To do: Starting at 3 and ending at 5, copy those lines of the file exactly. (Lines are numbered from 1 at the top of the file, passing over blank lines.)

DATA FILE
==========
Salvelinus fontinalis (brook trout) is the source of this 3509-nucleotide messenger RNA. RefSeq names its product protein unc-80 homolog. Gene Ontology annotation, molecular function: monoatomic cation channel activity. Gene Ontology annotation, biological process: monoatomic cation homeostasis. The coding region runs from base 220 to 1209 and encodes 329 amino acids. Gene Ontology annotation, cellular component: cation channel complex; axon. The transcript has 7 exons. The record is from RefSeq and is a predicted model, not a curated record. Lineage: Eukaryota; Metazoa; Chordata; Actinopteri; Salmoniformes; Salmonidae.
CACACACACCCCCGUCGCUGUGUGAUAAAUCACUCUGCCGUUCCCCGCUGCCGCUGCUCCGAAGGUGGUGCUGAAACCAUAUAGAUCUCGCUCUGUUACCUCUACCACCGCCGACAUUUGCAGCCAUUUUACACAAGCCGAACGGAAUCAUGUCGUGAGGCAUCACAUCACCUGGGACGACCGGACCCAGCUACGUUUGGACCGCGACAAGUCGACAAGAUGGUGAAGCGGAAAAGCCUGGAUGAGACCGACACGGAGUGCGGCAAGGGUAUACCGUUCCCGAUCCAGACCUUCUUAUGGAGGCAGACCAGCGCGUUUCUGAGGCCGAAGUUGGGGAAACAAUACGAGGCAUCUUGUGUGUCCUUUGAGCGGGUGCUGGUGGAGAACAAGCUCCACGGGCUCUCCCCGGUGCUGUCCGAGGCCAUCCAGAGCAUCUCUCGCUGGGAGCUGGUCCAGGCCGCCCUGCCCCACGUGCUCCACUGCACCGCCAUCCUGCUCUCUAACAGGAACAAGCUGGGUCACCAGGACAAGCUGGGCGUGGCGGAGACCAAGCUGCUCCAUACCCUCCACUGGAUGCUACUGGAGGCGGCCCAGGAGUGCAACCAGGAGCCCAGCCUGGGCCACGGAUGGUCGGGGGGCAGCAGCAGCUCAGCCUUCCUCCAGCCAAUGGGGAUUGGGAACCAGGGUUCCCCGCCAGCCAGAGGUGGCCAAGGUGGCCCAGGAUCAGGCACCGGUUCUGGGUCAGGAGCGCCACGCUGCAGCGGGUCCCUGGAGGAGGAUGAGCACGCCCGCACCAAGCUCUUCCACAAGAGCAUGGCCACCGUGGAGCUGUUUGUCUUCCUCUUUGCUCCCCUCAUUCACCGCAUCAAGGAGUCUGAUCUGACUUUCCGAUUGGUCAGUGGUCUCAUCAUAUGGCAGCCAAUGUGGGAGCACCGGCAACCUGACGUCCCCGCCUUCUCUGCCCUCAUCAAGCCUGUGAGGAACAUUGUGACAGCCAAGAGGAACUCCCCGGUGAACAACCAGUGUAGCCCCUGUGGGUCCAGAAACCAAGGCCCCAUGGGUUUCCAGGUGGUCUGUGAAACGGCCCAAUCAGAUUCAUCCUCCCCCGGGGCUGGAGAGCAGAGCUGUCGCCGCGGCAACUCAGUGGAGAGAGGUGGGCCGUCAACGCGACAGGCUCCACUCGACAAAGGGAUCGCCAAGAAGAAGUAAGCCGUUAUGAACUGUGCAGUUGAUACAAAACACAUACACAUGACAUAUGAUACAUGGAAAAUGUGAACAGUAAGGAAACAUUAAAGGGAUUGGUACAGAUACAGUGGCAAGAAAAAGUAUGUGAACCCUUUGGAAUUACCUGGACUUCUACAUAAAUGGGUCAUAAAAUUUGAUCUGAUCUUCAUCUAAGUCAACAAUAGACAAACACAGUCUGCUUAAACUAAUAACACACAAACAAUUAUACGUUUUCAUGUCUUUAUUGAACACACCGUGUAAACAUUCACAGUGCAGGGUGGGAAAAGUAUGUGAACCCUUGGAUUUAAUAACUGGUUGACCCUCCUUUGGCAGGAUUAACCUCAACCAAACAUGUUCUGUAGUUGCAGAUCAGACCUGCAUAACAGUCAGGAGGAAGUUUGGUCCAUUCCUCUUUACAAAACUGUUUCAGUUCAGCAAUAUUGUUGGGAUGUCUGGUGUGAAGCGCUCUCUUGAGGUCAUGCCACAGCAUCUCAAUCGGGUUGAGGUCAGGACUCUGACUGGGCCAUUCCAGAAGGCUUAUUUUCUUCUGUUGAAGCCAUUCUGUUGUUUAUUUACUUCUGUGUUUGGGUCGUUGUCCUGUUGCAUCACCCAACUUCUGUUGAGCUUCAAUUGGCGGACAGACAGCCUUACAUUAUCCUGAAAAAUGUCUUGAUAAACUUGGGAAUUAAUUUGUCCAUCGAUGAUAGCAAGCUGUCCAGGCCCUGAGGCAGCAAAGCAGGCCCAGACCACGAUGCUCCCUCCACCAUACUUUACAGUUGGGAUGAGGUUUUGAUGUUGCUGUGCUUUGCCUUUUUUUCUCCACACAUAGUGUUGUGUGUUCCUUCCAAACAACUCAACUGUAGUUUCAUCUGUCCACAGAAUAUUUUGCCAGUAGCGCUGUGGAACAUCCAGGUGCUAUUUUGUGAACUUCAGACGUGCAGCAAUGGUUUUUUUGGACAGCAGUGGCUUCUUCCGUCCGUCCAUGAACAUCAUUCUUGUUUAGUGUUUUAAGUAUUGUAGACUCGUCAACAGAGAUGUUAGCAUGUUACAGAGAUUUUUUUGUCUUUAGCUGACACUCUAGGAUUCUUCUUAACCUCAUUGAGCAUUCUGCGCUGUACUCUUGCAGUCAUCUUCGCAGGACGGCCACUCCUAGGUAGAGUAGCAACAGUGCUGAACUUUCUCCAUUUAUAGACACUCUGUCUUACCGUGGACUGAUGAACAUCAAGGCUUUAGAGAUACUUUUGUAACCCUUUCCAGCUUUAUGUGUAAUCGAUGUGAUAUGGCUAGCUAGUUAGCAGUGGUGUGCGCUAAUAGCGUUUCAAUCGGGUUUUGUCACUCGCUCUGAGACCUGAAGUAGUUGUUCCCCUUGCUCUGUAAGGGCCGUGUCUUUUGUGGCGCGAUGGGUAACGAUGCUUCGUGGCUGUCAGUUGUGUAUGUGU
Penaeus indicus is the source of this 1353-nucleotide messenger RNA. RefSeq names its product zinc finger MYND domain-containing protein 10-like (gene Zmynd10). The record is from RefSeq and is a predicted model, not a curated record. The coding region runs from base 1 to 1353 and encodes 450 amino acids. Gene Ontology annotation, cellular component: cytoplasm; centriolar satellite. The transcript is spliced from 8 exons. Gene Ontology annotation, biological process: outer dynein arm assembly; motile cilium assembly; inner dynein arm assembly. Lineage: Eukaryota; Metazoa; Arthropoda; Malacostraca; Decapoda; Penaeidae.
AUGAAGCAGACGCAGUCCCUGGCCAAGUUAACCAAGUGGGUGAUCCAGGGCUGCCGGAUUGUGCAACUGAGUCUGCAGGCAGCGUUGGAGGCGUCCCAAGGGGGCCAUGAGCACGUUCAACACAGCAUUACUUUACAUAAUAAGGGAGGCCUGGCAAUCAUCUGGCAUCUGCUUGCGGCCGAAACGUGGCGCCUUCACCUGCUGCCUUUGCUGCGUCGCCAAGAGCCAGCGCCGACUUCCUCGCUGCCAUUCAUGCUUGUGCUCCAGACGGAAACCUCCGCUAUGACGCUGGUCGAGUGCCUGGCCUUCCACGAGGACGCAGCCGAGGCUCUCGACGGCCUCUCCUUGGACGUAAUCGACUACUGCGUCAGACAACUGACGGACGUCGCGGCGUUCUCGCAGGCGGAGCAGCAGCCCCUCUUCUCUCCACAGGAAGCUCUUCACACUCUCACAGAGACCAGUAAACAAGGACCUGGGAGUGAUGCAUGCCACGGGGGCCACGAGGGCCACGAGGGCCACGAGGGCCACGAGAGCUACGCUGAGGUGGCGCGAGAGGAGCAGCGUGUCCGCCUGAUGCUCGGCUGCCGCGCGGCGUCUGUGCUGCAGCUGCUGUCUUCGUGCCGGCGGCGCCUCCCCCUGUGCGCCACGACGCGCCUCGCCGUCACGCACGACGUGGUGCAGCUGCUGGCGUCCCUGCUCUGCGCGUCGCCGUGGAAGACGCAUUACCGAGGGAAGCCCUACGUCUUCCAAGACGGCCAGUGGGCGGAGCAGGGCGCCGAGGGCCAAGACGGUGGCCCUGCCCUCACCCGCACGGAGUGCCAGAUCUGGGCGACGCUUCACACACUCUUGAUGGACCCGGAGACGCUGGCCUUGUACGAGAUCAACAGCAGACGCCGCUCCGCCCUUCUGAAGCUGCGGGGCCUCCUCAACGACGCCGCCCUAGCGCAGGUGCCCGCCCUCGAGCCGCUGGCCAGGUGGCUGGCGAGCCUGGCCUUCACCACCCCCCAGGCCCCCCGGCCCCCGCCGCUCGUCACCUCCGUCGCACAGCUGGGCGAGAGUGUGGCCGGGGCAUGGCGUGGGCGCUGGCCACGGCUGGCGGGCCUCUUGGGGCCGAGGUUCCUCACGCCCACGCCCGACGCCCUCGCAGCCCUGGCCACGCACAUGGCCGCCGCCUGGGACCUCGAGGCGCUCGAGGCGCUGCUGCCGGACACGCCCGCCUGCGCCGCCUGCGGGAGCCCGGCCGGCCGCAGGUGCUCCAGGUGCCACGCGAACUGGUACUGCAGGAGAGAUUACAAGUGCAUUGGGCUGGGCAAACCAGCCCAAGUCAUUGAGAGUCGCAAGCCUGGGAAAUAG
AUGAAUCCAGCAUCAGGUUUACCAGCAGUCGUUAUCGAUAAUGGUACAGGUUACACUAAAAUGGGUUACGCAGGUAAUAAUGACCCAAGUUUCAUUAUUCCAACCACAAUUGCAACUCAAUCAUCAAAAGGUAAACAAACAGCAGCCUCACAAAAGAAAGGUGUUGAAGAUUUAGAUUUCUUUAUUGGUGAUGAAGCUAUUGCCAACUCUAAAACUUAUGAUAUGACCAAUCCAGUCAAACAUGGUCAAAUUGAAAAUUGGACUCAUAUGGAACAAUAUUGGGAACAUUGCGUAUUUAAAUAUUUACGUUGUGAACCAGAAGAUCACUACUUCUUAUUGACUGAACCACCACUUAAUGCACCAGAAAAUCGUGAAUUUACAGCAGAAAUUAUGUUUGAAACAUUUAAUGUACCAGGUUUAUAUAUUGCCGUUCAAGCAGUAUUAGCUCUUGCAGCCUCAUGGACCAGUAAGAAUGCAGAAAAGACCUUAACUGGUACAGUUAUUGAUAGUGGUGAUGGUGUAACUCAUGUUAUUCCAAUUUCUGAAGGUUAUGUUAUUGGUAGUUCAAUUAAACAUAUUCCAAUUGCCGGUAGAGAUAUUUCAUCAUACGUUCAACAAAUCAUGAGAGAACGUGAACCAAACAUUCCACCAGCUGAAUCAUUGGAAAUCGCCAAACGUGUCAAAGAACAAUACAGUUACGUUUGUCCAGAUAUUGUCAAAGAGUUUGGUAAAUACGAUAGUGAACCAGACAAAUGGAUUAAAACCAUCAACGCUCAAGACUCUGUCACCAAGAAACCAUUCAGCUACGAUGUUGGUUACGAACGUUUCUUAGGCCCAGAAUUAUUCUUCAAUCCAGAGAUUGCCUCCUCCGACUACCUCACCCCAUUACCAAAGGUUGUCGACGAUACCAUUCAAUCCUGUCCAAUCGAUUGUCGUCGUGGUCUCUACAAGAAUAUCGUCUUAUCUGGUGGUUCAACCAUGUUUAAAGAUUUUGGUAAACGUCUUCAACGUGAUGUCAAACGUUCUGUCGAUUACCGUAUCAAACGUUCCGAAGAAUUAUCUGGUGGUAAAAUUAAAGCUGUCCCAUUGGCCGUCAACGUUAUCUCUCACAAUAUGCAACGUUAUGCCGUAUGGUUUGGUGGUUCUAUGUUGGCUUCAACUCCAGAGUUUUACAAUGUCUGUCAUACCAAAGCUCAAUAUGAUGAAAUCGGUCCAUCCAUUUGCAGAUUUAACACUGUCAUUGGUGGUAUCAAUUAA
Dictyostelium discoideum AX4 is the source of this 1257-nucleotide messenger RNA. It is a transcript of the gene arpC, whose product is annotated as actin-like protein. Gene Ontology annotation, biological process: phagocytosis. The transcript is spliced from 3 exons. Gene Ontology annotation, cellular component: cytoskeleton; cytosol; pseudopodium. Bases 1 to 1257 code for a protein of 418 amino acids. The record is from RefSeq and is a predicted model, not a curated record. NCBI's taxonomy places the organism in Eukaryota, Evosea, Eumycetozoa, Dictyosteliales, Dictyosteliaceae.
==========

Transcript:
Penaeus indicus is the source of this 1353-nucleotide messenger RNA. RefSeq names its product zinc finger MYND domain-containing protein 10-like (gene Zmynd10). The record is from RefSeq and is a predicted model, not a curated record. The coding region runs from base 1 to 1353 and encodes 450 amino acids. Gene Ontology annotation, cellular component: cytoplasm; centriolar satellite. The transcript is spliced from 8 exons. Gene Ontology annotation, biological process: outer dynein arm assembly; motile cilium assembly; inner dynein arm assembly. Lineage: Eukaryota; Metazoa; Arthropoda; Malacostraca; Decapoda; Penaeidae.
AUGAAGCAGACGCAGUCCCUGGCCAAGUUAACCAAGUGGGUGAUCCAGGGCUGCCGGAUUGUGCAACUGAGUCUGCAGGCAGCGUUGGAGGCGUCCCAAGGGGGCCAUGAGCACGUUCAACACAGCAUUACUUUACAUAAUAAGGGAGGCCUGGCAAUCAUCUGGCAUCUGCUUGCGGCCGAAACGUGGCGCCUUCACCUGCUGCCUUUGCUGCGUCGCCAAGAGCCAGCGCCGACUUCCUCGCUGCCAUUCAUGCUUGUGCUCCAGACGGAAACCUCCGCUAUGACGCUGGUCGAGUGCCUGGCCUUCCACGAGGACGCAGCCGAGGCUCUCGACGGCCUCUCCUUGGACGUAAUCGACUACUGCGUCAGACAACUGACGGACGUCGCGGCGUUCUCGCAGGCGGAGCAGCAGCCCCUCUUCUCUCCACAGGAAGCUCUUCACACUCUCACAGAGACCAGUAAACAAGGACCUGGGAGUGAUGCAUGCCACGGGGGCCACGAGGGCCACGAGGGCCACGAGGGCCACGAGAGCUACGCUGAGGUGGCGCGAGAGGAGCAGCGUGUCCGCCUGAUGCUCGGCUGCCGCGCGGCGUCUGUGCUGCAGCUGCUGUCUUCGUGCCGGCGGCGCCUCCCCCUGUGCGCCACGACGCGCCUCGCCGUCACGCACGACGUGGUGCAGCUGCUGGCGUCCCUGCUCUGCGCGUCGCCGUGGAAGACGCAUUACCGAGGGAAGCCCUACGUCUUCCAAGACGGCCAGUGGGCGGAGCAGGGCGCCGAGGGCCAAGACGGUGGCCCUGCCCUCACCCGCACGGAGUGCCAGAUCUGGGCGACGCUUCACACACUCUUGAUGGACCCGGAGACGCUGGCCUUGUACGAGAUCAACAGCAGACGCCGCUCCGCCCUUCUGAAGCUGCGGGGCCUCCUCAACGACGCCGCCCUAGCGCAGGUGCCCGCCCUCGAGCCGCUGGCCAGGUGGCUGGCGAGCCUGGCCUUCACCACCCCCCAGGCCCCCCGGCCCCCGCCGCUCGUCACCUCCGUCGCACAGCUGGGCGAGAGUGUGGCCGGGGCAUGGCGUGGGCGCUGGCCACGGCUGGCGGGCCUCUUGGGGCCGAGGUUCCUCACGCCCACGCCCGACGCCCUCGCAGCCCUGGCCACGCACAUGGCCGCCGCCUGGGACCUCGAGGCGCUCGAGGCGCUGCUGCCGGACACGCCCGCCUGCGCCGCCUGCGGGAGCCCGGCCGGCCGCAGGUGCUCCAGGUGCCACGCGAACUGGUACUGCAGGAGAGAUUACAAGUGCAUUGGGCUGGGCAAACCAGCCCAAGUCAUUGAGAGUCGCAAGCCUGGGAAAUAG
AUGAAUCCAGCAUCAGGUUUACCAGCAGUCGUUAUCGAUAAUGGUACAGGUUACACUAAAAUGGGUUACGCAGGUAAUAAUGACCCAAGUUUCAUUAUUCCAACCACAAUUGCAACUCAAUCAUCAAAAGGUAAACAAACAGCAGCCUCACAAAAGAAAGGUGUUGAAGAUUUAGAUUUCUUUAUUGGUGAUGAAGCUAUUGCCAACUCUAAAACUUAUGAUAUGACCAAUCCAGUCAAACAUGGUCAAAUUGAAAAUUGGACUCAUAUGGAACAAUAUUGGGAACAUUGCGUAUUUAAAUAUUUACGUUGUGAACCAGAAGAUCACUACUUCUUAUUGACUGAACCACCACUUAAUGCACCAGAAAAUCGUGAAUUUACAGCAGAAAUUAUGUUUGAAACAUUUAAUGUACCAGGUUUAUAUAUUGCCGUUCAAGCAGUAUUAGCUCUUGCAGCCUCAUGGACCAGUAAGAAUGCAGAAAAGACCUUAACUGGUACAGUUAUUGAUAGUGGUGAUGGUGUAACUCAUGUUAUUCCAAUUUCUGAAGGUUAUGUUAUUGGUAGUUCAAUUAAACAUAUUCCAAUUGCCGGUAGAGAUAUUUCAUCAUACGUUCAACAAAUCAUGAGAGAACGUGAACCAAACAUUCCACCAGCUGAAUCAUUGGAAAUCGCCAAACGUGUCAAAGAACAAUACAGUUACGUUUGUCCAGAUAUUGUCAAAGAGUUUGGUAAAUACGAUAGUGAACCAGACAAAUGGAUUAAAACCAUCAACGCUCAAGACUCUGUCACCAAGAAACCAUUCAGCUACGAUGUUGGUUACGAACGUUUCUUAGGCCCAGAAUUAUUCUUCAAUCCAGAGAUUGCCUCCUCCGACUACCUCACCCCAUUACCAAAGGUUGUCGACGAUACCAUUCAAUCCUGUCCAAUCGAUUGUCGUCGUGGUCUCUACAAGAAUAUCGUCUUAUCUGGUGGUUCAACCAUGUUUAAAGAUUUUGGUAAACGUCUUCAACGUGAUGUCAAACGUUCUGUCGAUUACCGUAUCAAACGUUCCGAAGAAUUAUCUGGUGGUAAAAUUAAAGCUGUCCCAUUGGCCGUCAACGUUAUCUCUCACAAUAUGCAACGUUAUGCCGUAUGGUUUGGUGGUUCUAUGUUGGCUUCAACUCCAGAGUUUUACAAUGUCUGUCAUACCAAAGCUCAAUAUGAUGAAAUCGGUCCAUCCAUUUGCAGAUUUAACACUGUCAUUGGUGGUAUCAAUUAA